And finally, early on, there will be those days that you don’t want to run. 


When that happens, try just getting changed into your running clothes. If you put ‘em on, sit around for a few minutes, and still don’t want to run? That’s fine. You don’t have to run. But 90% of the time, when I try this trick on myself, I end up going through with it. I don’t know what it is… But damn, it’s effective.

RUN FOR YOUR LIFE | Tips & Tricks

run for your life

This post doesn’t need much introduction.


Below, you’ll find bits of colloquial running advice I’ve tested over the years and found to hold true. Use as needed, at your discretion, to make your runs more fun.




Keep Moving

Get up and walk around every 20 minutes or so on big days, especially early in a training program or after a hard run. It’s essential to keep blood flowing, which delivers nutrients to your tired muscles. Stagnation after a big run will cause inflammation and lactic acid to accumulate in areas that were already sore, making for a miserable morning the next day.


They’re Playing My Song!

Possibly the silliest tip on this list, but: if you have a running playlist, add new songs to the beginning instead of the end… One of those realizations that make you go: “huh, why didn’t I think of that sooner?”


Gum Soles

I’m a big fan of chewing gum during runs. It keeps my mouth from drying out, relieves tension in my face, gives me something else to focus on, and helps me keep tempo.


Hole-y Socks!

Wear a pair of old socks on your hands (or even over gloves) when it’s cold out. Not only will they keep you warm – they’re easy to wash, and you won’t feel guilty for wiping your nose on ’em.


Risky Business

Go twice before you go! Once before you dress, and again before you head out. I’ve ruined a couple of excellent runs with a mid-mile trip to the restroom – and that’s when I’m lucky enough to find one nearby. But most of the time, it either means the run is over, or I’m sprinting the last half-mile home…


Keeper of the Keys

Hate carrying keys? Try tying them into your shoe. Pull the laces out of the top two holes, cross them through the keyring, relace, and tuck the keys between the tongue and laces. Solid as a rock.


Bet on the Belt

Chances are, you need more than just keys on the run. Personally, I need my phone, Airpods, keys, a little cash, a mask… I carry it all in a stretchy, low-profile runner’s belt. They come in as many shapes, sizes, and types as do runners, and I cannot recommend them enough. 


I prefer the FlipBelt, but consider all your options.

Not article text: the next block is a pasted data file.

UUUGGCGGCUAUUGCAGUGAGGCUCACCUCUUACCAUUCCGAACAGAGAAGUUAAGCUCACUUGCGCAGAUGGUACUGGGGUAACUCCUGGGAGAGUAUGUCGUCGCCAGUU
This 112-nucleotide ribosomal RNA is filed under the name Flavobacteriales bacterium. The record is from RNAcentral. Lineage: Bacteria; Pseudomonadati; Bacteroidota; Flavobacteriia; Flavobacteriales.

Keep Climbing

I despise the treadmill. Did you know it was initially contrived as a torture device? One that’s stood the test of time, in my opinion. But if a treadmill is your only option, and you don’t mind it: be careful how you set the incline. Perfectly-level roads don’t exist. So if you’re training for a race, calculate a gradient to match the course average.


Change Spares

I’m rotating through 2-3 different pairs of running shoes at any given time. Not only does this help prevent injury – it makes for more enjoyable runs. Differing levels of support, cushion, and tread create different running experiences. I have a pair of waterproof, high-tread trail shoes, a pair of heavily-cushioned shoes for sore days, and my ultra-light racing shoes. Between the three, I’m ready for anything.


First Things First

If you’re racing, pin your number on your shirt before putting it on. I’ve seen crooked numbers, even upside-down numbers… And you don’t want to stick yourself right before a race. There’s nothing quite as demoralizing as self-inflicted injury at the very start of a personal challenge.


No New Friends

No new clothes on race day! And if you’re considering wearing those new shoes for the next race? How did you even make it this far?


When it comes to gear – especially gear you’re already comfortable with – honor that time-honored maxim: if it ain’t broke – don’t fix it!

RUN FOR YOUR LIFE | Elements of Care


If you’ve really never done it before, consider walking before running.

In a sprint, your strike – that is, when your foot hits the ground – puts roughly 4 to 6 times your body weight on each knee. That’s an incredible amount of force. Even worse if you’re carrying a few extra pounds. If it’s been over a year since your last run – there are structural issues to address before your body can handle the impact. And since the most crucial part, at first, is consistency: you just can’t afford to get hurt this early. Take a walk.

On that note, let’s address this elephant in the room: Injury.

It’s a shockingly normal part of running. Around 80% of serious runners get at least one minor injury a year, and 30% of all running injuries are knee-related. By “serious,” I mean people who fall into that elite bracket of 25+ miles/week. But even if you’re not running a marathon every week, you’re still at risk for all kinds of discomfort. For instance: on my Wednesday run, I broke my toenail.

My toenail.

Split right down the middle. I ended up losing a pretty big chunk of it. I’ve had my share of blisters, shin splints, and Charlie Horses… but this was a new one. I’ll be off the road for a few days while the nail bed dries up.

I hope it’s clear by now that establishing an effective self-care routine – especially at the beginning of training – is the deciding factor in whether or not you continue running. The longer you can go without an injury, the higher the likelihood that you pick back up after one inevitably happens.